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Discussion Starter · #1 ·
I have read of some people having problems with their Lucas wipers parking due to insufficient resistance (even with everything assembled), especially from high speed.

I have seen Wade's diagram and the comment that using this setup the wipers always park, even from high speed.

Can anyone confirm this? I need the wipers to park to pass.

Thanks.

Garnet
 

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FFCobra Master Craftsman
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Hi.

Where can I find that diagram?
Can you post it, or send me a mail?

Cheers,

Olivier
 

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I would recommend parking in low speed. I originally had my circuit set up to park in high speed and found that if the windshield was wet (relatively low friction), that the wiper motor has just enough inertia to sweep right on past the internal "park" microswitch! The result is the wipers continue to run in high speed, even w/ the switch off! Never had the problem while testing (dry windshield), and only occasionally had the problem in the rain.

I rewired for low speed park, and it's been perfect since then. :D
The link that John posted above is the newer "low speed" park option.
 

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Discussion Starter · #7 ·
That link does not have a diagram. Does the diagram below have the circuit parking from High or Low?

http://www.quickkeys.com/Cobra/wiper%20wiring.jpg

Part of my confusion is that I do not understand what the V post does in the motor. Doesn't the current run from H, L or P to G?

Also wondering what you think of this circuit.

http://www.geocities.com/sprite-midget/wipers.htm

Since I require park to pass I may go with the Lucas switch, as long as it will park 100% of the time.

Regards.

Garnet
 

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that first link is the same picture that's embedded in the word doc. "V" is +12V switched power. It's connected internally to the "P" (park) terminal through a normally closed microswitch. There's a little cam on the driven gear in the wiper motor gearbox that trips the microswitch in the "parked" position.

If the wipers are anywhere in the sweep, other than the park position, there is 12V being fed to the P terminal. When the main control switch is "off", the 12V from the P terminal powers the motor (on low speed) until it sweeps far enough to trip the internal microswitch, which then removes power from the P terminal and the wipers stop! :D

Some folks have reported the setup in that geocities link blows fuses. I've never tried it myself.
 

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FFCobra Craftsman
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I tried the geocities' link schematic. If I went directly to high from the off position the fuse would blow. It would also blow if the switch was in high when power was applied to the circuit. I modified the circuit as required to get it to work. That's the diagram I posted. Even if you have my circuit in high speed, as soon as you move the switch to off the relay relaxes and the motor runs in low speed until the wipers are in the park position.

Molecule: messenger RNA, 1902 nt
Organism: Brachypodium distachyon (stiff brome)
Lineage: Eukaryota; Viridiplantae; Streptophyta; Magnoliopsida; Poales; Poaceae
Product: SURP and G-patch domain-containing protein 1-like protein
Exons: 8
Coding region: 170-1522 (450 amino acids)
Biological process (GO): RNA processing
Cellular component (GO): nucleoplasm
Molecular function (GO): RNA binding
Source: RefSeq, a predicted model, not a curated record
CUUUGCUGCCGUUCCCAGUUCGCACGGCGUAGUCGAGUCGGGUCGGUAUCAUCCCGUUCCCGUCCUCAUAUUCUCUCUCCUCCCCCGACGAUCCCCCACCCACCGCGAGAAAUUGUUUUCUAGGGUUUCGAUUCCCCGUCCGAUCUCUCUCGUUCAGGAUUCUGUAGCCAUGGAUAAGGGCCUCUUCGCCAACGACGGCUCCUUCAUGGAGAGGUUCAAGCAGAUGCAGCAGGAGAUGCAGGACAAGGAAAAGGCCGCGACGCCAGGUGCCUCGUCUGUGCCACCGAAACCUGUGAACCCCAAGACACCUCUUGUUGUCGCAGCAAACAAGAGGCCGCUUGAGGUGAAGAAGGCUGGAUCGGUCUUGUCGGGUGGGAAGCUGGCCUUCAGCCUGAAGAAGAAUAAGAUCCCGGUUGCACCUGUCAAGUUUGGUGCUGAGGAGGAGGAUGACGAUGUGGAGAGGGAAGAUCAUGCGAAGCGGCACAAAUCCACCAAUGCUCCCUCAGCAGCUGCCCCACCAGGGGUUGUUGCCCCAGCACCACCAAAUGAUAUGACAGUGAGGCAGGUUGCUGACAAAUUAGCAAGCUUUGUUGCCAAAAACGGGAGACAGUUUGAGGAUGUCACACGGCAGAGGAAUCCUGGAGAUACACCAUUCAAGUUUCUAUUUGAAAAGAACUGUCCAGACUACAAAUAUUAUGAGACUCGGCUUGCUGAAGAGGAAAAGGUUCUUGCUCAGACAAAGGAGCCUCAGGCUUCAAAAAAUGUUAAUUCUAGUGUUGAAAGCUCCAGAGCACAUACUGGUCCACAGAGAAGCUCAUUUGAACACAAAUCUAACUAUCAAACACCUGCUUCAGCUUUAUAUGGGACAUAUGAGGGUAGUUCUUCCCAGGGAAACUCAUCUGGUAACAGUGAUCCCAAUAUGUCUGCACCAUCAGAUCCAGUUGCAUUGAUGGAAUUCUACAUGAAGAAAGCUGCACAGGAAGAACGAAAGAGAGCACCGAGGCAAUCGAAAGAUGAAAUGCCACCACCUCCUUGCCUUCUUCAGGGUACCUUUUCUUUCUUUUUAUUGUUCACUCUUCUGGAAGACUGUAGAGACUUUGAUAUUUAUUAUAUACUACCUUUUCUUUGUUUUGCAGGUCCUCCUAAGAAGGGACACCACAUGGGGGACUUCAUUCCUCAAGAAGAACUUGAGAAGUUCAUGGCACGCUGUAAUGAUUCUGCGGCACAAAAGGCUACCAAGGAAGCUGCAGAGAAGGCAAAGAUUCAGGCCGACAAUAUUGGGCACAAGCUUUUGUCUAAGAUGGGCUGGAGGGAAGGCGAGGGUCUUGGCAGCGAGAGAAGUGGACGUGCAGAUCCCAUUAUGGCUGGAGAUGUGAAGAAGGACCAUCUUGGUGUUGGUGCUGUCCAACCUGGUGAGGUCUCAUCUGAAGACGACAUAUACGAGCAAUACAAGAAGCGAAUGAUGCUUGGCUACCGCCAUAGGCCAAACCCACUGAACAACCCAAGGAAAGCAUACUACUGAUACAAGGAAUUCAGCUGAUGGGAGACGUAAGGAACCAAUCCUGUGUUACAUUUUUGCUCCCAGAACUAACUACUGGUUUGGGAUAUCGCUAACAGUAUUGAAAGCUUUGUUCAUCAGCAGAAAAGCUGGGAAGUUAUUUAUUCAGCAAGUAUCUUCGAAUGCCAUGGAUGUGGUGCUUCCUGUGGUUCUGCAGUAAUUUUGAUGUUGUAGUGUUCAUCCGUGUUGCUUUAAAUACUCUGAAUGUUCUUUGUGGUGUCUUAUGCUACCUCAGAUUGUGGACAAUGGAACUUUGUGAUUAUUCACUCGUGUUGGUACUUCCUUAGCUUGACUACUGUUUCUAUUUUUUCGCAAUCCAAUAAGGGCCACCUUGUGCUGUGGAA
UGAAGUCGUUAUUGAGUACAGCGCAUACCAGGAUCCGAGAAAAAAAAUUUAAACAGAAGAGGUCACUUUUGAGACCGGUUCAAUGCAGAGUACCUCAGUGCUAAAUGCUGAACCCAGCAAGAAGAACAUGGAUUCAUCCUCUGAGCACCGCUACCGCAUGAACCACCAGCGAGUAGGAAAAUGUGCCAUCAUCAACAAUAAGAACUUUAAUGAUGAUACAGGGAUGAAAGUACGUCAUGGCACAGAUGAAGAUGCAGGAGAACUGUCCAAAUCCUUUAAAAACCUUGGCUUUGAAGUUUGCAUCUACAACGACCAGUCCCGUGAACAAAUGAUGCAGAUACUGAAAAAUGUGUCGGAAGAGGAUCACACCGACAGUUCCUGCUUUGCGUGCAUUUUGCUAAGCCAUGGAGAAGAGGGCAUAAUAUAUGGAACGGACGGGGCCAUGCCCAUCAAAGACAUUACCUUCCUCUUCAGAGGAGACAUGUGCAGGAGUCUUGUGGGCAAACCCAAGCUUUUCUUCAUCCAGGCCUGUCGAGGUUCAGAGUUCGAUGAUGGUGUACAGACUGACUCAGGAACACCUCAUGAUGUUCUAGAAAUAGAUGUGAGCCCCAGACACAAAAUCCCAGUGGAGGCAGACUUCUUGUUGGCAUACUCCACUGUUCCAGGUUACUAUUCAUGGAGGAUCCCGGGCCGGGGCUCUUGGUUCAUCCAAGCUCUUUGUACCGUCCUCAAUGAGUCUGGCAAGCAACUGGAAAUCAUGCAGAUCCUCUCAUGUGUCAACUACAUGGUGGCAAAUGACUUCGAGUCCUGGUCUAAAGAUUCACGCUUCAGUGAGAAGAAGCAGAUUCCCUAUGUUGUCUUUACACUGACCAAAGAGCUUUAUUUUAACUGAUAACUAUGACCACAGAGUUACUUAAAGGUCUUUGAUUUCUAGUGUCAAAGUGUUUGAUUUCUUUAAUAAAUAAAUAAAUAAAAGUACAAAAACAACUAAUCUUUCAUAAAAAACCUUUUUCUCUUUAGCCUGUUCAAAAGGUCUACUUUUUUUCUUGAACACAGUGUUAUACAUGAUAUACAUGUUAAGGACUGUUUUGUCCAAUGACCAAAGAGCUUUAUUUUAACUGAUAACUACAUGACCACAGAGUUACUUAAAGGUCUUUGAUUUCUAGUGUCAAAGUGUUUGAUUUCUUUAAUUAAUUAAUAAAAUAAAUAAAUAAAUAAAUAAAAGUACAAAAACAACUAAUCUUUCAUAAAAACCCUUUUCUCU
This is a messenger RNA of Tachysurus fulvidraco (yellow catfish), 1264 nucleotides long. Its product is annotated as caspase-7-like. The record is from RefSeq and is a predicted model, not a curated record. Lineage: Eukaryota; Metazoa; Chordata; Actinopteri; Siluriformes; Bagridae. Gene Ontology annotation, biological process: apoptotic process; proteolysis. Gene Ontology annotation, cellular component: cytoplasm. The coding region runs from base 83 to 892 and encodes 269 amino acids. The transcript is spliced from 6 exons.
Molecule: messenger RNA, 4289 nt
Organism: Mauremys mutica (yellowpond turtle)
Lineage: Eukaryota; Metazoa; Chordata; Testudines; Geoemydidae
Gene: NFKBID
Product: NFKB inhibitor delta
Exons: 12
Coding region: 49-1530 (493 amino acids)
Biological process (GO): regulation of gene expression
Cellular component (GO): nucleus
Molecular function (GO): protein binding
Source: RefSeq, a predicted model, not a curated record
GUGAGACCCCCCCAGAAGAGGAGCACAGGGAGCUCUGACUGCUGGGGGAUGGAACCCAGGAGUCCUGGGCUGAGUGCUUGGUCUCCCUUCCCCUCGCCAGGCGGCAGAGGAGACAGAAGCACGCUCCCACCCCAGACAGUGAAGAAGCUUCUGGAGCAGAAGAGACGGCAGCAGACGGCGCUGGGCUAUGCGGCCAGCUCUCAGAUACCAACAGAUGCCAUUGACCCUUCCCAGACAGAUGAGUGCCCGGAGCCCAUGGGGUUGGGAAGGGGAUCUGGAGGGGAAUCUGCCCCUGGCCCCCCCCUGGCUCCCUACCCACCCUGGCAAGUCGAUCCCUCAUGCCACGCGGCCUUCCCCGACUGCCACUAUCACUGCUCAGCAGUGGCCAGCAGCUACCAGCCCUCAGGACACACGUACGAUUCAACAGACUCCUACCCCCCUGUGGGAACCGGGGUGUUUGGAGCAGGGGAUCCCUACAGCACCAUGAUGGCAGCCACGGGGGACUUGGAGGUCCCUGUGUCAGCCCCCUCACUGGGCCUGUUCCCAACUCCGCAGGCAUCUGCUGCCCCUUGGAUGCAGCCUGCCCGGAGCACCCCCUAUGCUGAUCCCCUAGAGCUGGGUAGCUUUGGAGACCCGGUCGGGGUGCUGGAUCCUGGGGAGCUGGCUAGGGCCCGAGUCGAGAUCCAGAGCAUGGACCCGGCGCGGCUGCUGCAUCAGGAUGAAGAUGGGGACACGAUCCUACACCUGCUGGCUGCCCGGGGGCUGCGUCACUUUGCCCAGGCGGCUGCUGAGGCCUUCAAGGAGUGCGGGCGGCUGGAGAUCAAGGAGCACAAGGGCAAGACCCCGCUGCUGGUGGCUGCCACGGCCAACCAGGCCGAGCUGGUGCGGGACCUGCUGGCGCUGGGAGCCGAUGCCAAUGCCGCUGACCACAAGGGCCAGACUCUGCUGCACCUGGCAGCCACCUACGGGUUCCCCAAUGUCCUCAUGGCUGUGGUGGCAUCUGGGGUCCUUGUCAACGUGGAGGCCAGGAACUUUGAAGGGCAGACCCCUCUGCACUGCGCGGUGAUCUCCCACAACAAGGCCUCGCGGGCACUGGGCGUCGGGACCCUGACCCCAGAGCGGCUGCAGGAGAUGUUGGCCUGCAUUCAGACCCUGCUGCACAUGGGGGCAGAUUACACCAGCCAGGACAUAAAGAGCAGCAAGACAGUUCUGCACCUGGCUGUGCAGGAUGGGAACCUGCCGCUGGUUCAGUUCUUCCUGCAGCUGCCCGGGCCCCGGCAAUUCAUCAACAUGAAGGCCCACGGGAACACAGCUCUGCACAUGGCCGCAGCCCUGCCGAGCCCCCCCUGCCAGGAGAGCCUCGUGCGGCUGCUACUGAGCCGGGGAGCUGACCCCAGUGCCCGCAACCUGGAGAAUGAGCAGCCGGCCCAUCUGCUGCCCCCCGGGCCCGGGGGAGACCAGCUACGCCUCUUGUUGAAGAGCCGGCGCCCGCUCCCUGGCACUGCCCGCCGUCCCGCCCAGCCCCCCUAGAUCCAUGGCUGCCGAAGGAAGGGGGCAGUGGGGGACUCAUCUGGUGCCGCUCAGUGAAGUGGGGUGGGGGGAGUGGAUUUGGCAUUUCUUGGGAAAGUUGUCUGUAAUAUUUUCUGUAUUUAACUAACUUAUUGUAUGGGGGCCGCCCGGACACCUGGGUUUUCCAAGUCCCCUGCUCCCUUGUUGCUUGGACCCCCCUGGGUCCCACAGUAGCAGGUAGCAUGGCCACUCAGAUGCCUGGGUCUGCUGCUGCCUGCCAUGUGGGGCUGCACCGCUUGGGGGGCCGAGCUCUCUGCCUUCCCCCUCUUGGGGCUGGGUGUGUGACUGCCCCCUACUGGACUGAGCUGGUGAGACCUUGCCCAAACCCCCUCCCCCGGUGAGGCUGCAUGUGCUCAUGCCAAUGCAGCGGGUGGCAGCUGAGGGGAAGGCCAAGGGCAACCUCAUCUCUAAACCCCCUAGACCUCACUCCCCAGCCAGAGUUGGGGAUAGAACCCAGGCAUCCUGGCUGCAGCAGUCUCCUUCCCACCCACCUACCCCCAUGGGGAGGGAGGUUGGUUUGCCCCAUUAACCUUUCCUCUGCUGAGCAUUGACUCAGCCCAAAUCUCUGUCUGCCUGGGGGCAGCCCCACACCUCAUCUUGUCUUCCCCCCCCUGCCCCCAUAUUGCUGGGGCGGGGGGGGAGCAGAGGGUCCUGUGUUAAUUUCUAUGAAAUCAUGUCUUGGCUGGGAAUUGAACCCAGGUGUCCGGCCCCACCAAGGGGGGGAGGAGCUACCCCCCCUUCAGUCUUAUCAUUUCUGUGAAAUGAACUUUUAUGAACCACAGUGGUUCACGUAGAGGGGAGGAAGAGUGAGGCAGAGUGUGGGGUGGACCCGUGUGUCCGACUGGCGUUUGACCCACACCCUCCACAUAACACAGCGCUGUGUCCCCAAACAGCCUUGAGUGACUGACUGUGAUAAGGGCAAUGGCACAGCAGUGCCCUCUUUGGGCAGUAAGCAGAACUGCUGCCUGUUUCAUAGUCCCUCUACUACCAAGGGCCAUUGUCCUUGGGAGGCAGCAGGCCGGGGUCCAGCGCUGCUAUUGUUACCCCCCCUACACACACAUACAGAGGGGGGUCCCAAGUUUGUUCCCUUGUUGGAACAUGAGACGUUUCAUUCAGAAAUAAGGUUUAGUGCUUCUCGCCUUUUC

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Paul,

Could you number the relay terminals? Looks like terminal 30 goes to pin 5, pin 3 goes to the high speed position on the switch, pin 4 is the power, terminal 85 goes to ground, but I'm a little confused on terminals 86, 87 and 87A. Does pin 2 go to 87A? Terminal 87 to low speed position? It looks like you splice the wire from 86 to both high and low speed positions on the switch as well as pin 3. Is that correct?

David Townsend
 

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I hope I didn't give anybody the wrong idea about the whole low speed park thing. I didn't mean to imply that you had to move the switch to off only from the low speed position. Like Paul's design, if the switch is moved from "high" to off, the relays will first put it into low speed, then it parks. All automatic. Either circuit will work great. I chose to use two relays. Paul used one relay and diodes. :D
 

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Wade, so that's what is happening! I've had the same problem for a couple of years and couldn't figure it out. Thought the park switch was defective or was just part of the Lucas charm we have come to love.They work perfectly in dry weather but at least stick in the on position in the rain so I've just lived with it.Now I know. Thanks for posting. Pete.
 

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David, yes, terminal 87A connects to pin #2 and terminal 87 goes to the low speed side of the switch. And terminal 86 receives power from the high or low speed side of the switch.
 

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Paul,

Okay, I promise, last question on this. Wade mentions diodes when referring to your circuit diagram. Would those be the "arrows" on the LB/R and LB wires? As always, thanks for your help.

David
 

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Yes, an arrow with a line at the pointy end is the symbol for a diode. The one going to the high speed terminal of the motor needs to be rated for at least 3 or 4 amps. The other two can be .25 or .50 amp rated diodes. The end of the diode with the stripe around it is the negative side of the diode.
 
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